Among patients on high-efficacy disease-modifying therapies, CSF CXCL13 level was increased in some of those who were stable without clinical/imaging relapse (RRMS, 39%; progressive MS, 50%) [87]. This finding suggests that CXCL13 can be used to assess disease activity more sensitively than can clinical indicators or MRI.
Studies have also reported CXCL13 as a marker of response to MS treatment, with levels of both CXCL13 and CCL19 chemokines being significantly reduced in the CSF after rituximab administration and after natalizumab or methylprednisolone treatment [88,89]. It was also reported that baseline serum CXCL13 level before administration of fingolimod was significantly lower in the group that responded to fingolimod than in the group that did not (mean level of responders vs. nonresponders, 58.25 pg/mL vs. 127.2 pg/mL; p = 0.009). This suggests that serum CXCL13 level indicates treatment response to fingolimod [90].
In summary, CXCL13 has potential as a biomarker of prognosis of CIS and reflects disease activity in MS. Furthermore, after validation in larger cohorts, CXCL13 is expected to be used as a biomarker related to treatment response (particularly for B-cell-depleting agents).

Osteopontin

Osteopontin (OPN) is an extracellular matrix glycoprotein, a substance secreted by many cell types in different tissues. It is involved in various physiological functions, such as bone remodeling, wound healing, and immune cell activation. In the immune response, it promotes interleukin (IL)-1b, IL-12, and IL-17 production and inhibits IL-10 expression, contributing to transformation of the overall cytokine balance into a proinflammatory state [91]. Because OPN is widely expressed in both the neurons and glia of the brain, it has attracted attention in neuroinflammatory diseases, including MS.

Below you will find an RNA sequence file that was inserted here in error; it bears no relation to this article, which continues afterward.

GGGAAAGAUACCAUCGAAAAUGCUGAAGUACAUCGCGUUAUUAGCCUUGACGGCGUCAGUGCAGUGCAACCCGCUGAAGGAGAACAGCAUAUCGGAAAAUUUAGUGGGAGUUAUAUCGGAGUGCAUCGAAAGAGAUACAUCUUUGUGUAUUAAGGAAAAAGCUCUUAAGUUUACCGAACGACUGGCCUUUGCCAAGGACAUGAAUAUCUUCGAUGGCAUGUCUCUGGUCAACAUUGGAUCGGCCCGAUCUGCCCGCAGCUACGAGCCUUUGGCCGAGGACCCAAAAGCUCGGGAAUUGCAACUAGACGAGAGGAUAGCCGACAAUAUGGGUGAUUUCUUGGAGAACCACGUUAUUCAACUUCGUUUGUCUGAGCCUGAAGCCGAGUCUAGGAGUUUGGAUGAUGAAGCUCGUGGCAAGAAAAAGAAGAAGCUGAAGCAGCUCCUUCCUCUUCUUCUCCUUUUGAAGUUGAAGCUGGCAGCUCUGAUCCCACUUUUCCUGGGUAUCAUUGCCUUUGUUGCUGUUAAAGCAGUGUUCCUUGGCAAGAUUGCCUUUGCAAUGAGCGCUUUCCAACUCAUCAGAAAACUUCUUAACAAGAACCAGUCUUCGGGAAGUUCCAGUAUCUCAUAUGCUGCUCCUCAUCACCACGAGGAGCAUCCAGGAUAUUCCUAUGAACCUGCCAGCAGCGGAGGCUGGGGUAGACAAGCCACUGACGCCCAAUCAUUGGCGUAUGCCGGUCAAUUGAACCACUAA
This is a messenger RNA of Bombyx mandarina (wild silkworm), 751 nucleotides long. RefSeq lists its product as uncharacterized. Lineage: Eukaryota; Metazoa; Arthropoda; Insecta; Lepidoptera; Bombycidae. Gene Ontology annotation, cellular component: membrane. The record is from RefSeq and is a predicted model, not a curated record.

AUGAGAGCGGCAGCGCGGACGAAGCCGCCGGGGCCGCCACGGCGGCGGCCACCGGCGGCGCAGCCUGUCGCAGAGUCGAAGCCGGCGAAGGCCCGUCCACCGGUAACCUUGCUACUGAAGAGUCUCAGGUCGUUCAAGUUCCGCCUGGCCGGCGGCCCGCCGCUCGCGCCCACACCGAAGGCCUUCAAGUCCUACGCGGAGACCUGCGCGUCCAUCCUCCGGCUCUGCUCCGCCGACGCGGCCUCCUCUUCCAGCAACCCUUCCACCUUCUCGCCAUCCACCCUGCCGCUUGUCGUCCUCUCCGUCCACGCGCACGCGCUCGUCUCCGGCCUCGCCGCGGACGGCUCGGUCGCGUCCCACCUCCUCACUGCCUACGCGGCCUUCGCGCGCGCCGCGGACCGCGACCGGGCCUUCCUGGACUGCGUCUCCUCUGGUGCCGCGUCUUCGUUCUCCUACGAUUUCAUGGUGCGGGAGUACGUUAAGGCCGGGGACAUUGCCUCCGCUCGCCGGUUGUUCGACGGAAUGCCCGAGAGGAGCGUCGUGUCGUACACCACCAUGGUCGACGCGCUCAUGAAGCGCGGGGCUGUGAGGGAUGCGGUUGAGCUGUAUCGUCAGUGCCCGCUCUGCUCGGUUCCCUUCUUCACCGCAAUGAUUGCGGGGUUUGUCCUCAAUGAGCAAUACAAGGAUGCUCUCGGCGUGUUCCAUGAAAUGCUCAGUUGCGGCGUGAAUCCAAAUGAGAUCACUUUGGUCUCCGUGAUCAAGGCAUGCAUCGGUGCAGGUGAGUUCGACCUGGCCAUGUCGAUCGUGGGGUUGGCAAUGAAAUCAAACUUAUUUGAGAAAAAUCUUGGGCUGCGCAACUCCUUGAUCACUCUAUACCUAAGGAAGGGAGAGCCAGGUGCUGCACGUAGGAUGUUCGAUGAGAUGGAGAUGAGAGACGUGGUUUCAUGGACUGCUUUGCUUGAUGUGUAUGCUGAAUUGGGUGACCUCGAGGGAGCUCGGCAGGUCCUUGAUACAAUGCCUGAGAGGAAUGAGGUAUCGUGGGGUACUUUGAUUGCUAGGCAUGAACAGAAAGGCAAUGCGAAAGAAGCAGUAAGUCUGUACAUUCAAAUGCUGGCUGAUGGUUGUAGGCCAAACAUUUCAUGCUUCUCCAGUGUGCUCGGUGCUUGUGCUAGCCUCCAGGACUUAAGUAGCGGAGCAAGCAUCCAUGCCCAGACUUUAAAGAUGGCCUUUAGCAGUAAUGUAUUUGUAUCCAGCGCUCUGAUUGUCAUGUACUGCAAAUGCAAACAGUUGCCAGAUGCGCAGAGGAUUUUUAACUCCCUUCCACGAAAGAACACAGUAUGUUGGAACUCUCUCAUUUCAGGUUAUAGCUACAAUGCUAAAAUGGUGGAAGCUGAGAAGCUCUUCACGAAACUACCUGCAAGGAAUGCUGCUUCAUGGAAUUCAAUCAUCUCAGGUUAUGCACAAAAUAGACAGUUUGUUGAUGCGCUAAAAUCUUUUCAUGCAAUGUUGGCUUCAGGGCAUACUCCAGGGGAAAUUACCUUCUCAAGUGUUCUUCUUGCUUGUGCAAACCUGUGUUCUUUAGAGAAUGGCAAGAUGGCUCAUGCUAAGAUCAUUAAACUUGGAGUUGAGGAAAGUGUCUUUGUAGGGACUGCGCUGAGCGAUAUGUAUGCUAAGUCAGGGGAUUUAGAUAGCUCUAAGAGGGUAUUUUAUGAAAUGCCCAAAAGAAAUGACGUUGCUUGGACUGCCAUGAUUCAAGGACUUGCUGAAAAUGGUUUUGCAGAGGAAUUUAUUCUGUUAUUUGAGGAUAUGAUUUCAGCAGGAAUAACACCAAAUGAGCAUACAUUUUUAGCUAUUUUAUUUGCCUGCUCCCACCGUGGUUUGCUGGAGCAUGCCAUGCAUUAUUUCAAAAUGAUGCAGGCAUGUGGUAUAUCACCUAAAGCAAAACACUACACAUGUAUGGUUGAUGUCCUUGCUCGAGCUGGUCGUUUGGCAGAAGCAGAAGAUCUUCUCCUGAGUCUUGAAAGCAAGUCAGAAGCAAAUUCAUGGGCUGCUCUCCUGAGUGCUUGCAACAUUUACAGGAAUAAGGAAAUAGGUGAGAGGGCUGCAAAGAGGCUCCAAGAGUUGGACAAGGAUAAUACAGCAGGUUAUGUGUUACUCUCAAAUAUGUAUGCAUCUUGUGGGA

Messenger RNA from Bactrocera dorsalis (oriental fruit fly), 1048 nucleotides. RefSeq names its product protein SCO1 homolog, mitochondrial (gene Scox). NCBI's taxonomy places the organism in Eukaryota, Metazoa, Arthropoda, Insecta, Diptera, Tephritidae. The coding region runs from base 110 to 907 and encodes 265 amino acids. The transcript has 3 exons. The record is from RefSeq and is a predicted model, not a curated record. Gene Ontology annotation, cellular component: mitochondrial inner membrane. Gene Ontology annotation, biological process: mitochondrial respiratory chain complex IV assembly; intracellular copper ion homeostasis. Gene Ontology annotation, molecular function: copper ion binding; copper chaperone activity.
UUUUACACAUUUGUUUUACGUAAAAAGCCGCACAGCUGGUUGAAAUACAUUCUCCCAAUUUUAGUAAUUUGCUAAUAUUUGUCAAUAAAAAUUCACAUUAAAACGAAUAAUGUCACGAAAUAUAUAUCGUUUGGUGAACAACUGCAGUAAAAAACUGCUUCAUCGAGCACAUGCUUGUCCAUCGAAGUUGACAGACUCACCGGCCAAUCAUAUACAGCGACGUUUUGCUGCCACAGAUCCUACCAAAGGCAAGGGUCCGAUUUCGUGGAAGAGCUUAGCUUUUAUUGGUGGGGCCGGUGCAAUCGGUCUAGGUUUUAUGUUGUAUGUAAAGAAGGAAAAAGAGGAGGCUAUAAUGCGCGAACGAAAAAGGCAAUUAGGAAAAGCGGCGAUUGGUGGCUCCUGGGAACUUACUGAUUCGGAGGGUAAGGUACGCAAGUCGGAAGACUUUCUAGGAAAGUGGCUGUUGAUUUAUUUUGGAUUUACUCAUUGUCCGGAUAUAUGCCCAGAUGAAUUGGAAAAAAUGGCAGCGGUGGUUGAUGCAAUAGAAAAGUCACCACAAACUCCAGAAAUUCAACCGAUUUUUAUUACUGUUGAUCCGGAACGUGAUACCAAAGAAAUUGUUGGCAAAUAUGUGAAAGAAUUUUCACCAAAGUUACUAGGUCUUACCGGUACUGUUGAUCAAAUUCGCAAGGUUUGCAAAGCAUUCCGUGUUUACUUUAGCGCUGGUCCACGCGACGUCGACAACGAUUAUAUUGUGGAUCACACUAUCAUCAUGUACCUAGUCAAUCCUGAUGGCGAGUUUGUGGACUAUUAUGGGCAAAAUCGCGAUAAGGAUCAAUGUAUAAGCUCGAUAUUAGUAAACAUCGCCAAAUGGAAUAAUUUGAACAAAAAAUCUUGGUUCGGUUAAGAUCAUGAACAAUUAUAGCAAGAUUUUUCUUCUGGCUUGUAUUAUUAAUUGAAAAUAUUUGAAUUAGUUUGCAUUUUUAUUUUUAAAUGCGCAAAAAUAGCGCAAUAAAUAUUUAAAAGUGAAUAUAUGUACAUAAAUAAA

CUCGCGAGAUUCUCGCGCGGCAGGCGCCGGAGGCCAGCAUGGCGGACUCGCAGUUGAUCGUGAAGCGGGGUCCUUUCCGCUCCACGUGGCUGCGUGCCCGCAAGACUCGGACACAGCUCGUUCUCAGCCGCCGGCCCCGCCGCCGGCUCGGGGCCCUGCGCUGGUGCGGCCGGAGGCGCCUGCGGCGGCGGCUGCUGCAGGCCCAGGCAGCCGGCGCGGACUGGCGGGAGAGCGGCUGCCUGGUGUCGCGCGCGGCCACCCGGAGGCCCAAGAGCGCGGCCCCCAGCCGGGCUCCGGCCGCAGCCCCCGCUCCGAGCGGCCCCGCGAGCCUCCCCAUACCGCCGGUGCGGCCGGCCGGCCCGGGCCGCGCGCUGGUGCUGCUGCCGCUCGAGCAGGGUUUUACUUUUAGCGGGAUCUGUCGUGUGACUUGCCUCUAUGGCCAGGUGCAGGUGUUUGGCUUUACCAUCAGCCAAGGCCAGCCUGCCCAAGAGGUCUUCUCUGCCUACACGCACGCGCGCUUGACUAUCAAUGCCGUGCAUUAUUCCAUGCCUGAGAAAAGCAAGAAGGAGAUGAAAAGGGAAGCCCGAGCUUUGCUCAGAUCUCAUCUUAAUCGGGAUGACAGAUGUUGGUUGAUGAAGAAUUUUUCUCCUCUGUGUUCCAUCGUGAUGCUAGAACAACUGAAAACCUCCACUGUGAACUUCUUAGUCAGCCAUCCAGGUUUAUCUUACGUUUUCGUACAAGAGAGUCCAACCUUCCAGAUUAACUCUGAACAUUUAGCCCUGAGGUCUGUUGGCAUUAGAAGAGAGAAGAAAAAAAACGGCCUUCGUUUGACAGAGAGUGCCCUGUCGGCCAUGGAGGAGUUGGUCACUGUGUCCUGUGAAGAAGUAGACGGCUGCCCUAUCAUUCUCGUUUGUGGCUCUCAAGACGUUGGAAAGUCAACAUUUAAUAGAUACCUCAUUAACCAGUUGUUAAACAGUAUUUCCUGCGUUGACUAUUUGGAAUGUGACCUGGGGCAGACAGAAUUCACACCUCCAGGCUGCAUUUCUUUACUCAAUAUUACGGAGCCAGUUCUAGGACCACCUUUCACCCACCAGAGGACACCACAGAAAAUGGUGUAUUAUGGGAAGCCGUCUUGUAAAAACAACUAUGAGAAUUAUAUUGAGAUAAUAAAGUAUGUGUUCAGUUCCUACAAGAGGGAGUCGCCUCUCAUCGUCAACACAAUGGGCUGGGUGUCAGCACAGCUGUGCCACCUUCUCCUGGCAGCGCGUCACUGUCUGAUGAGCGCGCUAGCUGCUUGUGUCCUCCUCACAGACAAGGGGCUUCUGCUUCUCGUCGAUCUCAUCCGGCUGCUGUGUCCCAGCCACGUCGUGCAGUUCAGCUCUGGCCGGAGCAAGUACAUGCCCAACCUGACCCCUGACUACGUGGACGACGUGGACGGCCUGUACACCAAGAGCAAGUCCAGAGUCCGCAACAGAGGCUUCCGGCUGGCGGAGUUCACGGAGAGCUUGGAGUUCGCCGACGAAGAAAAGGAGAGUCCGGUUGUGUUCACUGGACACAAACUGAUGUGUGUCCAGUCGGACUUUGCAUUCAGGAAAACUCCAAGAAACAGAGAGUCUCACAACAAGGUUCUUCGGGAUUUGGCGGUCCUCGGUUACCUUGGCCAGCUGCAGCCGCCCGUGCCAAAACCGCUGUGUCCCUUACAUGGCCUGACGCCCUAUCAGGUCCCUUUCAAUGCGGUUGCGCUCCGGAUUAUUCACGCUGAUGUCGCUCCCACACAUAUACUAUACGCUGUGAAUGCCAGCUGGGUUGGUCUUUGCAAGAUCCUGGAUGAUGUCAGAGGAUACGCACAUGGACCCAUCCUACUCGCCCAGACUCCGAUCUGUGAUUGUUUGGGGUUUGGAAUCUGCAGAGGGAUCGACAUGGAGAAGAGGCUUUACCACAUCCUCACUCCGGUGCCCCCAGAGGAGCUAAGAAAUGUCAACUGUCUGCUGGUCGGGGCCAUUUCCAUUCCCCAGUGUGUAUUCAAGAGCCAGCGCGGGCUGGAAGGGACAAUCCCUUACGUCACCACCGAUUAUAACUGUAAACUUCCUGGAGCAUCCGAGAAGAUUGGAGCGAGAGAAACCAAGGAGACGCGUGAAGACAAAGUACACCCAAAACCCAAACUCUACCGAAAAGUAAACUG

A recent meta-analysis (including 27 previous studies) showed that, regardless of MS subtype, OPN level in MS patients was significantly increased in both the CSF (SMD, 0.65; 95% CI, 0.28–1.01; p < 0.01) and blood (SMD, 0.61; 95% CI, 0.34–0.87; p < 0.01) compared with that in the control group. In addition, RRMS had the highest level among MS subtypes, followed by PPMS, CIS, and SPMS in that order [92]. Another study has shown that CSF OPN level increased during the acute phase of the disease and decreased after the acute phase, indicating it may as an indicator of disease activity [93]. However, in the meta-analysis, no significant difference was noted in CSF OPN level between MS patients and other inflammatory nervous system disease groups (p = 0.079), hindering clinical use as a diagnostic marker of MS. Nevertheless, decrease of an indicator reflecting disease severity or CSF OPN level after natalizumab administration in progressive MS (–65 ng/mL; 95% CI, –34 to –96; p < 0.001) [89] indicates the possibility of its use as a marker to evaluate the effect of treatment.

Conclusion